Easy puff pastry apple turnovers are bursting with apple pie flavor, with a filling that can be prepared a variety of different ways. A simple drizzle of cinnamon glaze is all you need as a finishing touch on these flaky, fruit-filled pastries.
After kicking off apple season this year with Instant Pot applesauce, I rolled right along to these puff pastry apple turnovers. With crisp and flaky pastry and a spiced apple filling that takes no time to make, what's not to like about this fall favorite dessert?
Reasons to Love This Recipe
- Frozen puff pastry makes this recipe super easy. Just thaw, fill, and bake.
- The apple turnover filling features warm apple pie spices and uses apples that are perfectly tender but not mushy.
- It's a small yield recipe, making just four apple turnovers.
- Apples: Multiple varieties work well. As sugar is added, the sweetness/tartness factor isn't the most important, rather you want choose a type that holds its shape well and doesn't become mushy once cooked. Same deal with air fryer apples (yum).
- Puff pastry: This recipe is on the smaller-batch side and uses one sheet of packaged puff pastry to produce four apple turnovers.
- Cornstarch: Necessary for thickening the gooey apple filling.
- Brown sugar: This adds warmth and sweetness.
- Butter: Adds an extra bit of richness, but you can omit if you prefer.
- Spices: Classic apple pie spices are used here (listed separately in the recipe card): cinnamon, nutmeg, allspice, and cardamom.
- Peel, core, and slice apples into one-quarter inch thin slices. I like thinly-sliced apples as a filling, but you can also chop up the apples into smaller chunks. Add apples to a medium saucepan and toss with lemon juice. Add the rest of the filling ingredients and briefly stir to combine.
- Cover and cook apples over low-medium heat for 15-20 minutes, or until they're tender with some bite to them still. Let them cool off before using.
- Thaw one sheet of puff pastry according to package directions (either in the refrigerator or at room temperature), then roll it out on a lightly floured surface until it's a square about 12-13 inches wide. Slice it into four squares, then add the filling.
- Fold over the other half of the puff pastry and seal the edges with a bit of water. Crimp the edges with a fork.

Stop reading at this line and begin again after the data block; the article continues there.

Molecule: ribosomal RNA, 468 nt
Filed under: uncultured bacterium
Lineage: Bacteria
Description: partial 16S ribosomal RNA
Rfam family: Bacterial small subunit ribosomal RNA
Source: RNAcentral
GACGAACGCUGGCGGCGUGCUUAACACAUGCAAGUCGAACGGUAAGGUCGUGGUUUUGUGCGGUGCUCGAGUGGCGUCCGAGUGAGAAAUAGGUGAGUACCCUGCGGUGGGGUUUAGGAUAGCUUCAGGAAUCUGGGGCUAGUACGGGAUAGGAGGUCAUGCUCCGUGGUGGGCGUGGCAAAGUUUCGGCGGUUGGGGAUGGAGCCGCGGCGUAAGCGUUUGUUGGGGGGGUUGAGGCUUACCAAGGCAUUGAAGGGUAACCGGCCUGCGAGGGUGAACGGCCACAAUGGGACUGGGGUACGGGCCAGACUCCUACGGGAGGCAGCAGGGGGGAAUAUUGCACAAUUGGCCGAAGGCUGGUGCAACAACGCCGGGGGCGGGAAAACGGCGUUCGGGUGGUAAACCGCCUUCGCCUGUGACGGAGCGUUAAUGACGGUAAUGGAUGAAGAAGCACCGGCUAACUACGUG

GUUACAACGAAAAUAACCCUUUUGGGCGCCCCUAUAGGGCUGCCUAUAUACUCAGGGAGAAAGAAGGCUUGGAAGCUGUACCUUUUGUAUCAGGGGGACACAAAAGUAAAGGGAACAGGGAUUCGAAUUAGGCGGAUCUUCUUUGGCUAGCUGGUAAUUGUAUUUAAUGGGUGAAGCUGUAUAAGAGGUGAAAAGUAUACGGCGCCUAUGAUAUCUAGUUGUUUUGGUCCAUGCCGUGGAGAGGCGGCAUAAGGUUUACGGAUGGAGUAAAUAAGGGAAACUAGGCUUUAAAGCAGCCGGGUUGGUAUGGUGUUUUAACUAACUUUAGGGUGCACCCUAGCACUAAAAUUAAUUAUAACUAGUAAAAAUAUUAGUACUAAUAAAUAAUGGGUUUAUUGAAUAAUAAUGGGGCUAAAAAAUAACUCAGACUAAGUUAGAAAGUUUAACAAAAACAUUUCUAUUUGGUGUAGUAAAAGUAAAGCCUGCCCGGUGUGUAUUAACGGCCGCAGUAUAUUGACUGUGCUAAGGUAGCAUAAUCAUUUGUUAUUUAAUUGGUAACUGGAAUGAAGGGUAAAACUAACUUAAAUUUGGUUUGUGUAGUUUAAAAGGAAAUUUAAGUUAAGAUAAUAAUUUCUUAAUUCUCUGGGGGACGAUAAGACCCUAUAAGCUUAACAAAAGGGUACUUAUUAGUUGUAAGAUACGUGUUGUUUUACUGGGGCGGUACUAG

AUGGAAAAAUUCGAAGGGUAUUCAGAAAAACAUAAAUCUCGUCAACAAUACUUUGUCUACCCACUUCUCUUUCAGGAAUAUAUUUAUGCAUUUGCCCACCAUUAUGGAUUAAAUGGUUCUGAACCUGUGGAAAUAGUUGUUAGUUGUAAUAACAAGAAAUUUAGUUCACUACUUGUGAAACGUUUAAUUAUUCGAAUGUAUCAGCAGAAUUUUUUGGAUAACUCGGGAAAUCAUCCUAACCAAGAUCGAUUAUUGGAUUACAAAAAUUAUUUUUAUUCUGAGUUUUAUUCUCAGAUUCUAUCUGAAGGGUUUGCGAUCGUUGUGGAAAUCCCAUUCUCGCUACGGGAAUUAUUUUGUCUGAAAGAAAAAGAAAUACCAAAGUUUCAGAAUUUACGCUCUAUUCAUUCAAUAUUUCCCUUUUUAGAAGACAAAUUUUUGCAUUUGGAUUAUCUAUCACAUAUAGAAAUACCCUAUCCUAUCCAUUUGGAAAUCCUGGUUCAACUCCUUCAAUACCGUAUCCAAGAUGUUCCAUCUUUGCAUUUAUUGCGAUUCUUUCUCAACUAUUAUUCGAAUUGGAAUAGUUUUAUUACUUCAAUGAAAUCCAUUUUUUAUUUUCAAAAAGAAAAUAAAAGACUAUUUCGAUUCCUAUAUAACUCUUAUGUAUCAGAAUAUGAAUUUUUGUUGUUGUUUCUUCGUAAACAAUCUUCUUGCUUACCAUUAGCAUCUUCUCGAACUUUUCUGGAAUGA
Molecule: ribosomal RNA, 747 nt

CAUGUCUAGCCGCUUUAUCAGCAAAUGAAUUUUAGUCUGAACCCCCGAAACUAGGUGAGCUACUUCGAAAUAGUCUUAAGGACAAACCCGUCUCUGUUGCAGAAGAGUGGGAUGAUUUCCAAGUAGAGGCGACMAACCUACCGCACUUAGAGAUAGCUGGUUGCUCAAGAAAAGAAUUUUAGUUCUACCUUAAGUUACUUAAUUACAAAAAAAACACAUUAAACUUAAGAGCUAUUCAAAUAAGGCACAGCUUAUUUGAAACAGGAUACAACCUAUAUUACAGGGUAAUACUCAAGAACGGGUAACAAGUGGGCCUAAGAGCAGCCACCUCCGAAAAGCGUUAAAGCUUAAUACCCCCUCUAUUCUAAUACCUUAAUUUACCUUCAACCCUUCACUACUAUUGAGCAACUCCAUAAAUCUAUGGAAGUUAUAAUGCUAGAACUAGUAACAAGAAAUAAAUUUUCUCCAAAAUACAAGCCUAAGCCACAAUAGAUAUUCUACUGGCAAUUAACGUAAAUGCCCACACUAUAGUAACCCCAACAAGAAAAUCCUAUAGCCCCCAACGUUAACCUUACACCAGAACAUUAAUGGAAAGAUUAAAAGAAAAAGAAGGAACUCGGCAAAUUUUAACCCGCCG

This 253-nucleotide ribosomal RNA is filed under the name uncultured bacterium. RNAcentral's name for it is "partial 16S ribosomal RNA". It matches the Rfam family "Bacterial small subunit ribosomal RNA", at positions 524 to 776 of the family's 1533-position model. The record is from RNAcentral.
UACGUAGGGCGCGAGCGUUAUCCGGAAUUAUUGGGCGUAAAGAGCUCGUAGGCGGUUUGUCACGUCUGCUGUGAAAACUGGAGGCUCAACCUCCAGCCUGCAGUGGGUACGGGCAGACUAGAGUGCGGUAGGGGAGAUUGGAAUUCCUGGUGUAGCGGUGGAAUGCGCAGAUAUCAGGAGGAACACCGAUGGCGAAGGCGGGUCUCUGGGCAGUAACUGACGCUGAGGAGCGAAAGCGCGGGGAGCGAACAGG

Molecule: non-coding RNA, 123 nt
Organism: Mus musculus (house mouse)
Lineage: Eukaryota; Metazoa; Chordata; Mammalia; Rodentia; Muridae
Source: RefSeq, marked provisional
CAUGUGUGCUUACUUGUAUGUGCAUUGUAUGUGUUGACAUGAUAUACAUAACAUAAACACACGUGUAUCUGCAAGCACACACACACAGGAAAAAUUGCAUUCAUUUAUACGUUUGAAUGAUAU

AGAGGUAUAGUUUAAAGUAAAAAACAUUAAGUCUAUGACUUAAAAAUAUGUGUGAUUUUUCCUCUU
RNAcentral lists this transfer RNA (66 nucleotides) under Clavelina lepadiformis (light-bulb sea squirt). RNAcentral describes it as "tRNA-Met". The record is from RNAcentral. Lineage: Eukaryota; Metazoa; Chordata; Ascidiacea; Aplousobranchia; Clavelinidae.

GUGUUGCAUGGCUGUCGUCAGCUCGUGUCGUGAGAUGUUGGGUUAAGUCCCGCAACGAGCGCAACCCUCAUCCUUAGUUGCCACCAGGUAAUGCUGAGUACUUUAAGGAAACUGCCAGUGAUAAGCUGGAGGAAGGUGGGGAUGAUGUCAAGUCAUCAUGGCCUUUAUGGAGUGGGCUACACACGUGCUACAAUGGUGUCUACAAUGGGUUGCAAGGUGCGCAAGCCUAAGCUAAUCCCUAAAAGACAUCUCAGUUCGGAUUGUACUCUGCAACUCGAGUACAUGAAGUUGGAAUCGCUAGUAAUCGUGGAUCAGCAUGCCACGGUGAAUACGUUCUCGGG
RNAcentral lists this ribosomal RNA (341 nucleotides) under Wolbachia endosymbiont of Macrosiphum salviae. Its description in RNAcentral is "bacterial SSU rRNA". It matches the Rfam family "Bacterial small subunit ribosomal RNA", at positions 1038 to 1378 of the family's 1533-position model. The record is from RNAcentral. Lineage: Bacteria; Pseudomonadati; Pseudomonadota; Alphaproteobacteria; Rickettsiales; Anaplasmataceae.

- Bake for 15 or so minutes, or until the turnovers have puffed up and are turning golden brown. Let them cool on the sheet pan for 10 minutes, then carefully transfer them to a wire rack to cool completely. Once cooled, you can drizzle them with the (optional) icing in the recipe card.
Making Apple Turnover Filling
I've made turnovers multiple times, but I specifically made these puff pastry apple turnovers a few different ways recently. The first time was when I had leftover, absolutely delicious, apple pie filling made in the slow cooker and it worked just great.
But I know everyone doesn't have three-ish hours to prepare apple pie filling in the slow cooker. So I made a stovetop version that cooks for only about twenty minutes. Both batches of apple filling are excellent for using in these turnovers. They're not too goopy and bring all the flavor as far as apple pie spice is concerned.
Here are your three options:
- You can follow the instructions in the recipe below to make your own stovetop apple turnover filling in about 20 minutes.
- If you're not in a rush and/or you'd like your apple filling to have as little hands-on time as possible, you can use 1 cup of the apple mixture from my (mostly) slow cooker apple pie recipe. Note that you'll have a lot more filling than needed for one batch of these turnovers. <--hardly a bad problem
- Life gets busy, so store-bought apple pie filling is an option to make these turnovers even easier.
Recipe Tips and Tricks
- If you prefer a smaller consistency of apple filling, peel, core, and then chop the apples into smaller chunks. Try and get them all the same size so that they cook evenly.
- In place of the individual spices you can use a pre-made apple pie spice blend.
- While an egg wash is frequently added to puff pastry for browning, I really keep these puff pastry apple turnovers "easy" and omit it. The turnovers turn golden without it and the icing drizzle decorates them just fine. That said, add one if you prefer a deep golden brown color.
- If you have extra apple filling leftover, it's delicious swirled into yogurt, as an ice cream topping, or eaten straight up.
Since sugar is added to the recipe, it's not ultra important to use the sweetest apple varieties, rather look for a type that won't mush up when cooked. I often use just what I have on hand: Honeycrisp, Gala, or Pink Lady mostly, depending upon what's on sale. Tarter Granny Smith apples are also a good choice.
Once cooled entirely, store turnovers in an air-tight container out at room temperature. You may wish to reuse the parchment paper from baking to line between the layers so the icing drizzle doesn't transfer to the turnovers above it. They'll lose some of their just-baked crispness as the days go by but will still be enjoyable.